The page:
“My first job is to listen—intently, empathically and non-judgmentally. At times, just bearing witness to my patients’ suffering is the most therapeutic action I can take.”
What was your path to becoming a therapist? What inspired you to choose this profession?
In the late 1990s, I read an article in the New York Times by Fox Butterfield about the mental needs of Louisiana’s youth in juvenile detention. The burden of illness was tremendous, and the youth were woefully under-served. I was a college student at the time and a volunteer in the local juvenile detention center. In retrospect, this was a pivot point for me. I am not sure I fully realized it at the time, but I went on to become a child forensic psychiatrist. I felt compelled to put forth my best effort to effect change in a deeply flawed, multi-layer system which results in much preventable morbidity. My work over the last decade in New York City's public hospital system, and more recently in the correctional system, has afforded me the privilege of treating individuals with tremendously complex psychiatric cases, and I bring this expertise to my private practice.
What would you want someone to know about working with you?
My first job is to listen—intently, empathically and non-judgmentally. At times, just bearing witness to my patients’ suffering is the most therapeutic action I can take. I collaborate with my patients to arrive at the treatment plan together. These plans are often multifaceted and always individualized. Often times, patients come to see me for medications, which usually works best in combination with ongoing psychotherapy. I've found through experience that those of my patients who have honed their own creative process have had some of the best outcomes. Upon reflection, I recall that my medical training included participation in a group, humorously named ‘Students Against Right Brain Atrophy,’ which fostered student participation (i.e. something beyond spectating) in the arts. Unsurprisingly, what’s good for the doctor is good for patient!
How does collaboration with other providers play into your work?
In working with therapists and referring physicians, I take a team approach. Often times we fulfill different roles in the patient's overall treatment plan, and the parts of the whole work best when acting in harmony. If I am seeing a patient for medication management, I welcome the treating psychotherapist's clinical observations to help inform my recommendations to the patient on his/her treatment decisions. I encourage patients to be the primary conduit of information among providers, and I am happy to speak directly with other providers to coordinate care with a patient's permission. In terms of the type of referrals I make, I most frequently refer patients to primary care medicine, psychotherapy, psychological testing, and education consultation.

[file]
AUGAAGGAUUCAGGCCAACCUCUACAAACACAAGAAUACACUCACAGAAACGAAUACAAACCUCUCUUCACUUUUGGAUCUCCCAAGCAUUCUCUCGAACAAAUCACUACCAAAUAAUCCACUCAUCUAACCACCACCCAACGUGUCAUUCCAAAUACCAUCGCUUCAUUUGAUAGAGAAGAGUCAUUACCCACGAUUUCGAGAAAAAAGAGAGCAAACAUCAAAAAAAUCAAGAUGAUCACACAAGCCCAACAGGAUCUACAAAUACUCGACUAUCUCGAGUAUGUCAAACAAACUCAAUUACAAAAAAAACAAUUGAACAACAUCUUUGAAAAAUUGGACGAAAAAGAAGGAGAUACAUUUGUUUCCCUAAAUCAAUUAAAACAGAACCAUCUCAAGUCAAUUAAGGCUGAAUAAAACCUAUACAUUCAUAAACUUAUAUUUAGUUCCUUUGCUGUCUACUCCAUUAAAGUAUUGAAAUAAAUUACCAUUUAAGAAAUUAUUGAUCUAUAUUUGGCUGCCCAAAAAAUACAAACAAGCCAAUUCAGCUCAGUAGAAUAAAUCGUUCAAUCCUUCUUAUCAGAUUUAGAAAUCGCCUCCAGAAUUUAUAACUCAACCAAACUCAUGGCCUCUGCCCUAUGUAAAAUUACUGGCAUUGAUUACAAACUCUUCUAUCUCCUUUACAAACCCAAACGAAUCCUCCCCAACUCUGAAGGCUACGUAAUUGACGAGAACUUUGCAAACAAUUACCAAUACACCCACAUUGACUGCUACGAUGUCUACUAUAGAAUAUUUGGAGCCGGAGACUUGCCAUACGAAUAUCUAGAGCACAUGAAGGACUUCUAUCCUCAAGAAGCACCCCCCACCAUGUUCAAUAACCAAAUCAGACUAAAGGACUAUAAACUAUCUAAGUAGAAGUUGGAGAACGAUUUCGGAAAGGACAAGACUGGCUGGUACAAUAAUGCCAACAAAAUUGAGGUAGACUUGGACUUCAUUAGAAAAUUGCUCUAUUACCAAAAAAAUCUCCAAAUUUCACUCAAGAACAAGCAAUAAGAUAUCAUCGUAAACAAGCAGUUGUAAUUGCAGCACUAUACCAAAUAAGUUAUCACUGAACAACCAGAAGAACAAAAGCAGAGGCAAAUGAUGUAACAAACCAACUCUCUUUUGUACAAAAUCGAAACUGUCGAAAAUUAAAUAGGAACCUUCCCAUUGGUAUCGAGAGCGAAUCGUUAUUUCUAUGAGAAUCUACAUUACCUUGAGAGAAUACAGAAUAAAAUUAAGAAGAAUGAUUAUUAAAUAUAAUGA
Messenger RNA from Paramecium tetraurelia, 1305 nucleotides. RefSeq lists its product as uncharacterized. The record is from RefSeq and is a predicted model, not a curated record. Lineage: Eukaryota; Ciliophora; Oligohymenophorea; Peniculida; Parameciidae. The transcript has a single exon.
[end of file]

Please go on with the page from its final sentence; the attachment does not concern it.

What excites you most about the evolving mental health landscape?
Our field is increasingly aware of how traumatic experiences—especially during childhood—impact a wide array of physical and mental health outcomes. Kaiser’s Adverse Childhood Experiences (ACE) study found that youth who experienced traumas had more cancer, heart disease, diabetes, depression, suicide and addiction as adults. This study reminds the entire medical community that preventing illness requires a holistic biopsychosocial approach, on both patient-specific and systems-wide levels. The mind cannot be separated from the body, mental health cannot be carved out from overall well-being, and mental health care must not be neglected in the larger health care profession. In addition to the prevention of adversity, we can foster resilience factors that attenuate the emotional and physical effects of childhood trauma. The most awe-inspiring experiences I've had in my career—those that have replenished me as a clinician—have come from beholding the enormous resilience of my patients.
What is the difference between a clinical psychiatric evaluation and a forensic psychiatric evaluation?
Clinical psychiatric evaluations are confidential, oriented towards a patient’s chief complaint, and include diagnostic assessment and treatment recommendations. Patients (or their parents, in the case of a minor) most often refer themselves for a clinical evaluation; sometimes another clinician, such as a psychotherapist or a primary care doctor, will make a referral. On the other hand, forensic psychiatric evaluations are essentially psychiatric consultations to the legal system. They are requested by one’s lawyer or a judge, rather than the person to be evaluated. These special types of evaluations do not have the same limits of confidentially as clinical evaluations, and they often result in a written report, submitted by the evaluating forensic psychiatrist to the requesting legal party (i.e. the lawyer(s) or the court). These can include diagnostic assessment, treatment recommendations, and/or medical opinions in response to the court’s specific consultation questions.
“The most awe-inspiring experiences I've had in my career—those that have replenished me as a clinician—have come from beholding the enormous resilience of my patients.”
Camilla practices at Alma